- The fictitious business name statement should include:
- The original name and address
- The DBA name
- The business address
- The full legal name(s) of the registered owner
- The state ID number
- The business type
You must get the fictitious business name statement form notarized by either an officer, partner, or member of the company or by the owner itself.
Check with your county clerk’s office to see if the form is available for download and printing. Some counties require you to pick up a hard copy form from the county clerk’s office.
Step 3 – File your DBA with county recorder or county clerk’s office
You must file the required forms with your county recorder or clerk’s office in the same county where your company’s main headquarters is housed.
Another requirement to file a DBA in California is that you must submit the required forms and fees within 40 days of starting the business. The fictitious business name statement is good for five years from the date submitted. If you need to change any information, you must resubmit a new statement.
Step 4 – Publish the new business name
Once you’ve filed the fictitious business name statement, you must then publish a DBA statement within 30 days. It then has to run for four weeks in your local county publication where you plan on doing business.
The county clerk’s office will have a list of approved publications to publish. Also, you’re required to have a county clerk’s signature on an affidavit from the publication within 30 days of the last publication.
Doublecheck with the publication you plan to publish the affidavit to ensure that they will provide it to the county clerk after completing the requirement of making it a public record. It must be an approved newspaper of general circulation.
Step 4 – Pay filing fees
You must pay your filing fees when you file your DBA name. The pricing varies from county to county.
The DBA cost in Los Angeles County is $26 for the first name you choose and then $5 for every additional name.
Sacramento County, the filing fee is $44 for the first name and $8 for any additional name.
Step 5 – Follow up
The fictitious name statement is good for five years. When it expires, you will need to refile it.
You do not have to publish your DBA California statement in publications again if nothing changes about your company.
California DBA name restrictions
A DBA name must not include words with specific meanings such as Inc (incorporated) or limited liability corporation (LLC).
California requires you to choose a DBA name that doesn’t mislead customers in any way.
Forms needed to file a DBA in California
California DBA tax considerations
All a DBA does in California is change your business name. It has no effect on the status of a business entity for tax purposes.
A DBA is only an alias. You do not have to have a separate employer identification number (EIN).
How much does a DBA filing cost in California?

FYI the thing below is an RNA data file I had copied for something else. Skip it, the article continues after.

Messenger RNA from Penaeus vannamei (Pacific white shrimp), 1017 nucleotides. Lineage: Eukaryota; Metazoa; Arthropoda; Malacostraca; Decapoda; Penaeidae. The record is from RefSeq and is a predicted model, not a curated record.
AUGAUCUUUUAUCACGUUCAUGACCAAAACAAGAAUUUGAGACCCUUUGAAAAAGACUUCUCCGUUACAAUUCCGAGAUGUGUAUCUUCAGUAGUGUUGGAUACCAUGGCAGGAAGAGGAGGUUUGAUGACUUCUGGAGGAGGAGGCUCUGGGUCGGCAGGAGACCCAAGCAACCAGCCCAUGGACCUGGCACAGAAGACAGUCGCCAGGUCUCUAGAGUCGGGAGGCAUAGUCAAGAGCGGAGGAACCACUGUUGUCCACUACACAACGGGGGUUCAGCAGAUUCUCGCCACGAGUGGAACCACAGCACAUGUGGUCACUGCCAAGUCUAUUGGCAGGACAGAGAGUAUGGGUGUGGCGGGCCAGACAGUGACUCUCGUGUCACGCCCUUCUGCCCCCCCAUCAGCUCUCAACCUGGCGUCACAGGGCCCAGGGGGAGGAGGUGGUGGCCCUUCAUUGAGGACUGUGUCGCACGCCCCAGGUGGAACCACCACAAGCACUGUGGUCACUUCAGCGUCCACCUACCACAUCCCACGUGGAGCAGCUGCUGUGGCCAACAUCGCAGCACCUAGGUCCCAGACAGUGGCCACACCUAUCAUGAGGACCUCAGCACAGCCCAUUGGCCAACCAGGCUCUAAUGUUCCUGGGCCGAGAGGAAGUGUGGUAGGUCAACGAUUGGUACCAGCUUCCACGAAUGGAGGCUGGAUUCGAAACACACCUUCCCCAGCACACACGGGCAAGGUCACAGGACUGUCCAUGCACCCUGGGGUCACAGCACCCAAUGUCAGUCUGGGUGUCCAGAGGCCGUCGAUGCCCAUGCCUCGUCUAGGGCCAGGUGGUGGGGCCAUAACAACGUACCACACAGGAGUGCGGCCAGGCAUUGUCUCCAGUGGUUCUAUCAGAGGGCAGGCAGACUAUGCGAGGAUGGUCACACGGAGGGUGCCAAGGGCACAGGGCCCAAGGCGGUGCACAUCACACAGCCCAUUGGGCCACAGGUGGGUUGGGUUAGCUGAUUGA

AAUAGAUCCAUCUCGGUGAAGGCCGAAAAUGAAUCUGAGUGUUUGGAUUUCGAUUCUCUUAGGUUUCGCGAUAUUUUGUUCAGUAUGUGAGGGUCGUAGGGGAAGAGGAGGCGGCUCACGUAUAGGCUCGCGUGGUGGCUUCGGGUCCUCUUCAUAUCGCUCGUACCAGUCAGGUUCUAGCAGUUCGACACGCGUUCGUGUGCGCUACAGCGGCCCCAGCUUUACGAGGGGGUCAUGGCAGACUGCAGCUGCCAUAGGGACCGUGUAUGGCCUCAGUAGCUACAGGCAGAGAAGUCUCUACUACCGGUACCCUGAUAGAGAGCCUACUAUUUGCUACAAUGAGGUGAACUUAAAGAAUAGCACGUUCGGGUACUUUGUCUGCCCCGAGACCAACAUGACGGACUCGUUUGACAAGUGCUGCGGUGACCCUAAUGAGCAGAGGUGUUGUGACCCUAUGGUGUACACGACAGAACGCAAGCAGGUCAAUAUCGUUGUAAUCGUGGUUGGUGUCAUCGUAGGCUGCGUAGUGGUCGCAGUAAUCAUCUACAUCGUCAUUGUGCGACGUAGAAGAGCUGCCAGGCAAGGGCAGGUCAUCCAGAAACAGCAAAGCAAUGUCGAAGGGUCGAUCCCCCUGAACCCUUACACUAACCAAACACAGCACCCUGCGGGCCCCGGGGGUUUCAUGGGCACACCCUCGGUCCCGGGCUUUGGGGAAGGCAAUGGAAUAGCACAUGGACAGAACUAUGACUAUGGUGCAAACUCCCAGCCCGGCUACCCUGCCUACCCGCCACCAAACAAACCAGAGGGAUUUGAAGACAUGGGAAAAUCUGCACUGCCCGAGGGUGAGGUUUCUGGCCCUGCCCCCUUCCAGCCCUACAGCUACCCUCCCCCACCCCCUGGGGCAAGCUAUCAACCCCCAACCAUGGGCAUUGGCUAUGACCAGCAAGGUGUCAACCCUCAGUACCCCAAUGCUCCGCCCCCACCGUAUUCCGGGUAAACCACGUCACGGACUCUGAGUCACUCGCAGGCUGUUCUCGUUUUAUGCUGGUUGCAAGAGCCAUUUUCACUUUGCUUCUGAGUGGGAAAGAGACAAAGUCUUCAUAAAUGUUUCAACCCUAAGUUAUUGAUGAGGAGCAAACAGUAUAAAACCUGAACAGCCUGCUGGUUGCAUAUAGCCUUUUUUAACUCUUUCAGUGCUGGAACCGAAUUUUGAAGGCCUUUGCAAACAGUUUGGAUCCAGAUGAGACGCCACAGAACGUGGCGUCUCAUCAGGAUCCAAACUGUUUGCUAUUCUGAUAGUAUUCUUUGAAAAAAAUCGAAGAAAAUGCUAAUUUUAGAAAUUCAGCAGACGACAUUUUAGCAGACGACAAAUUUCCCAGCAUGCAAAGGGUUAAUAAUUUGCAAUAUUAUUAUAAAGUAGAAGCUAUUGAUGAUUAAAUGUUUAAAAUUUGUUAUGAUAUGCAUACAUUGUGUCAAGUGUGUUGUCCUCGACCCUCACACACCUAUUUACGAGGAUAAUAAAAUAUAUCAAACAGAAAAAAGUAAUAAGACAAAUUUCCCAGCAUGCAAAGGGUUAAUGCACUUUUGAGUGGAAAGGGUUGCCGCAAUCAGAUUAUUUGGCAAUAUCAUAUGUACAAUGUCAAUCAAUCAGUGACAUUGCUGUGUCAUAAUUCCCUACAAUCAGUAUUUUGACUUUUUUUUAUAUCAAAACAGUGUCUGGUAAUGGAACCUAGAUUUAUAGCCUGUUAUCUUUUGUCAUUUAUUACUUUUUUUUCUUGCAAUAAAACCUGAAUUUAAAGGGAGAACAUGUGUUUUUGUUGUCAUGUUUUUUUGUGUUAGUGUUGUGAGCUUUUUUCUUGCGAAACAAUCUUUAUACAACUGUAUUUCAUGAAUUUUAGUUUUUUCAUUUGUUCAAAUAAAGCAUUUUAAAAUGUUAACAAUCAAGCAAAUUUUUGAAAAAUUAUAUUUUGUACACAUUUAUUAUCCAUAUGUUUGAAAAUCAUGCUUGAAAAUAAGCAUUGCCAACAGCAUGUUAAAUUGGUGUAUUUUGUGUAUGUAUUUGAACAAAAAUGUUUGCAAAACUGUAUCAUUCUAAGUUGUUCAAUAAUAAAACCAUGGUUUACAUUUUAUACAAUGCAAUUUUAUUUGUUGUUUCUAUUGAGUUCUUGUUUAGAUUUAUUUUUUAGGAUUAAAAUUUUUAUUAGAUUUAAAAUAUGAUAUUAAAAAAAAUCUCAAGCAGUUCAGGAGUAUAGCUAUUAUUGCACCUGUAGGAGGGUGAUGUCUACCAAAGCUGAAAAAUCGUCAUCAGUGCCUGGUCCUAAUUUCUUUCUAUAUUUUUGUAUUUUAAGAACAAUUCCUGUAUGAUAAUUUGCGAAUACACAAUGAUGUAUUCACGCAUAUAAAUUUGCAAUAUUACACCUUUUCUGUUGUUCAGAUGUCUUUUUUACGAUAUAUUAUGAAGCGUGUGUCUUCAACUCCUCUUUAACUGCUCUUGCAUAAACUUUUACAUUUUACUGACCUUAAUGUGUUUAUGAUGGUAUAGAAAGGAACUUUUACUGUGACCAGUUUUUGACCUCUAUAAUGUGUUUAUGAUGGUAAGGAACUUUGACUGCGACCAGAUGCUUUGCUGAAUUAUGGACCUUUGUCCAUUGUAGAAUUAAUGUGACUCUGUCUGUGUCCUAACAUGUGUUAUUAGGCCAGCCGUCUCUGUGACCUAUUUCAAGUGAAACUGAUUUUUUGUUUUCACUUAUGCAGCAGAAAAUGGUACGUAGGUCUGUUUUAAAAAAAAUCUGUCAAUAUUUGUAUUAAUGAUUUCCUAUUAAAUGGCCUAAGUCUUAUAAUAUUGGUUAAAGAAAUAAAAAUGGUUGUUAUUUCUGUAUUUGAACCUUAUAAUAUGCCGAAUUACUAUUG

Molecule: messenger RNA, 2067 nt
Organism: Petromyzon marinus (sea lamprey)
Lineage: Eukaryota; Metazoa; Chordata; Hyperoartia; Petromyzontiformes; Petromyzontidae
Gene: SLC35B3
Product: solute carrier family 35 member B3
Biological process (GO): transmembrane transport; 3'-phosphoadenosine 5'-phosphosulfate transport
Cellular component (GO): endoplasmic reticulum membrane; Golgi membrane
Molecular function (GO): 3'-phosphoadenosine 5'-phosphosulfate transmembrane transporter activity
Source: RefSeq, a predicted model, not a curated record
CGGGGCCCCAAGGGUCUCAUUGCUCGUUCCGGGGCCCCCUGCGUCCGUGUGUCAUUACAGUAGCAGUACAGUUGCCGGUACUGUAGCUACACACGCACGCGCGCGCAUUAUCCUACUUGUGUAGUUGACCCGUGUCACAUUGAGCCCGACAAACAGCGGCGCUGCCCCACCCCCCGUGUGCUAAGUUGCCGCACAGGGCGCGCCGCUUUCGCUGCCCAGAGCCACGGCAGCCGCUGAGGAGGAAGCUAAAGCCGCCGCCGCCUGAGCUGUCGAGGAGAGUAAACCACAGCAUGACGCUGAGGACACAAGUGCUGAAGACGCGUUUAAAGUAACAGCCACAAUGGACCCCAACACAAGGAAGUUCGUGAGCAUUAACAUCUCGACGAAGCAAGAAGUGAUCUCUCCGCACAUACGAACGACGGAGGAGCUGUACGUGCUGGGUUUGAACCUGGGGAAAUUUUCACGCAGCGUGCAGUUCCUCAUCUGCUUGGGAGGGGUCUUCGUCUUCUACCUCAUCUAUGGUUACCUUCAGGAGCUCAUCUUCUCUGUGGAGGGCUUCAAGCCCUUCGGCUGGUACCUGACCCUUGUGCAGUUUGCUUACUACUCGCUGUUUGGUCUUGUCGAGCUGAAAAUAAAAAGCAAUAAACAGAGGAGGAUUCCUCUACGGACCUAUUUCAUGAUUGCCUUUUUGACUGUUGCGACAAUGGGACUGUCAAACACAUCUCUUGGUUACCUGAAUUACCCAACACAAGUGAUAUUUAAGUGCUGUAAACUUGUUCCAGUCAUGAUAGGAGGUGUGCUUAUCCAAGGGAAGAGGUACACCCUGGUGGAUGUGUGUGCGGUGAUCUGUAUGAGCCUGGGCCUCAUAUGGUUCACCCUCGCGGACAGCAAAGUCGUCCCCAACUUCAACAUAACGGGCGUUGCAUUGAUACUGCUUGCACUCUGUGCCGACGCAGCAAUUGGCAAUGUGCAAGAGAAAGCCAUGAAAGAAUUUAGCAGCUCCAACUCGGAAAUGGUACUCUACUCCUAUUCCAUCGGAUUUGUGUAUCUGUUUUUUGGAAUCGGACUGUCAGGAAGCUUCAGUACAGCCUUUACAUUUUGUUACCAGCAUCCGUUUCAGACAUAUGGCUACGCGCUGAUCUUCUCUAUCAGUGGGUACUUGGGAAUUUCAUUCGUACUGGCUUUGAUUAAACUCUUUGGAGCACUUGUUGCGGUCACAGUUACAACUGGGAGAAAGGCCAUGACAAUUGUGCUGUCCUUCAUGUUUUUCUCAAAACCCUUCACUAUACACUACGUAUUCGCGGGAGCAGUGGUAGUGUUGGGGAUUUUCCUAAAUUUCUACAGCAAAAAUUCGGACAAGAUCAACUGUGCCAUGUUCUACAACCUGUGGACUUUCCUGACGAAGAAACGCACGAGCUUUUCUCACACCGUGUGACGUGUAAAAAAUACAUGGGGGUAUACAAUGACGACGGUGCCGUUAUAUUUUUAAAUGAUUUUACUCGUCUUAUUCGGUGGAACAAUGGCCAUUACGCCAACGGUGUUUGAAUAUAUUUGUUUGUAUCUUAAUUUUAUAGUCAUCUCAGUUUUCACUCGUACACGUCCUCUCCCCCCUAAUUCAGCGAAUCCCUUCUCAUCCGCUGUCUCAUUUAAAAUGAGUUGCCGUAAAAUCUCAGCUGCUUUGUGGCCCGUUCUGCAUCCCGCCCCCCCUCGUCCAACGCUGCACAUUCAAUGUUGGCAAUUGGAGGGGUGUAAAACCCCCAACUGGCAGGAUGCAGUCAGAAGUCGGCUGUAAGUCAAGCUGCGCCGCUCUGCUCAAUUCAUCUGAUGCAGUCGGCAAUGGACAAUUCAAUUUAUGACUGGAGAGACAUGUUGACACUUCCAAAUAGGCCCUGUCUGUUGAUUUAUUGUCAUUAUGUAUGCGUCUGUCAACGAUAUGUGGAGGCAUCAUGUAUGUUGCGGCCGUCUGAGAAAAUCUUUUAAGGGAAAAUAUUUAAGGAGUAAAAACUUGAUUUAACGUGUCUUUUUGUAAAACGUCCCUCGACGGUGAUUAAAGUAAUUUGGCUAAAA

The filing fee for a DBA in California ranges from $10 to $100, depending on the county you are doing business in. You do not file DBAs on the state level.
You will have the additional cost of publishing your fictitious business name statement in an approved general circulation local newspaper. It will depend on how much the publication charges for advertising.
Professional DBA filing services
- ZenBusiness: ZenBusiness is an affordable solution for entrepreneurs, such as affordable LLC formations, and incorporations. ZenBusiness does offer a stand-alone registered agent service for $99 a year.
- Swyft Filings: Swyft Filings is a quality DBA service. They assign a registered agent to every client, making them a customer favorite. Swyft Filings offers a DBA obtainment package that costs $99 plus state fees.
- LegalZoom: LegalZoom does it all. The purpose of its design is to be a “one-stop-shop” for small businesses and their legal needs.
- MyCompanyWorks: MyCompanyWorks doesn’t have the experience that other professional DBA obtainment services have. However, they’ve served thousands of businesses successfully. MyCompanyWorks offers one DBA filing package for $99 plus state fees. You can add a couple of extras for additional fees.
- CorpNet: Corpnet’s biggest draw is that they have the best customers. It is hard to find a bad review about their DBA obtainment services.
- MyCorporation: MyCorporation has served over a million businesses over the last 20+ years. Their customer reviews reflect their longevity and success. The cost of MyCorportation DBA services is $99 plus State Fees. The expedited rush service is an additional $100.
- BizFilings: BizFilings offers entrepreneurs and small businesses services, such as LLC filing and incorporation services. The starting price of $99 plus state fees for BizFilings DBA obtainment services is pretty standard. However, it doesn’t include a namecheck in states that require them. Alabama does.
California state law requires all companies to file a DBA if they wish to operate under any name different from the legal name. It goes for sole proprietors, partnerships, limited liability companies, or corporations.
The only exception is if a sole proprietor incorporates their last name into the business name.
It takes one to four weeks for California to process a DBA registration. In some cases, it may take longer.
DBAs and trademarks are entirely different things. A DBA allows you to use a fictitious business name that is not your legal name for your business.
A trademark is a type of intellectual property registration that protects your business’s branding.
You can register more than one DBA in California as long as you follow the proper steps for each one. Remember, you can’t register with the state of California. You are required to file DBAs through the county clerk’s office in the principal place of business.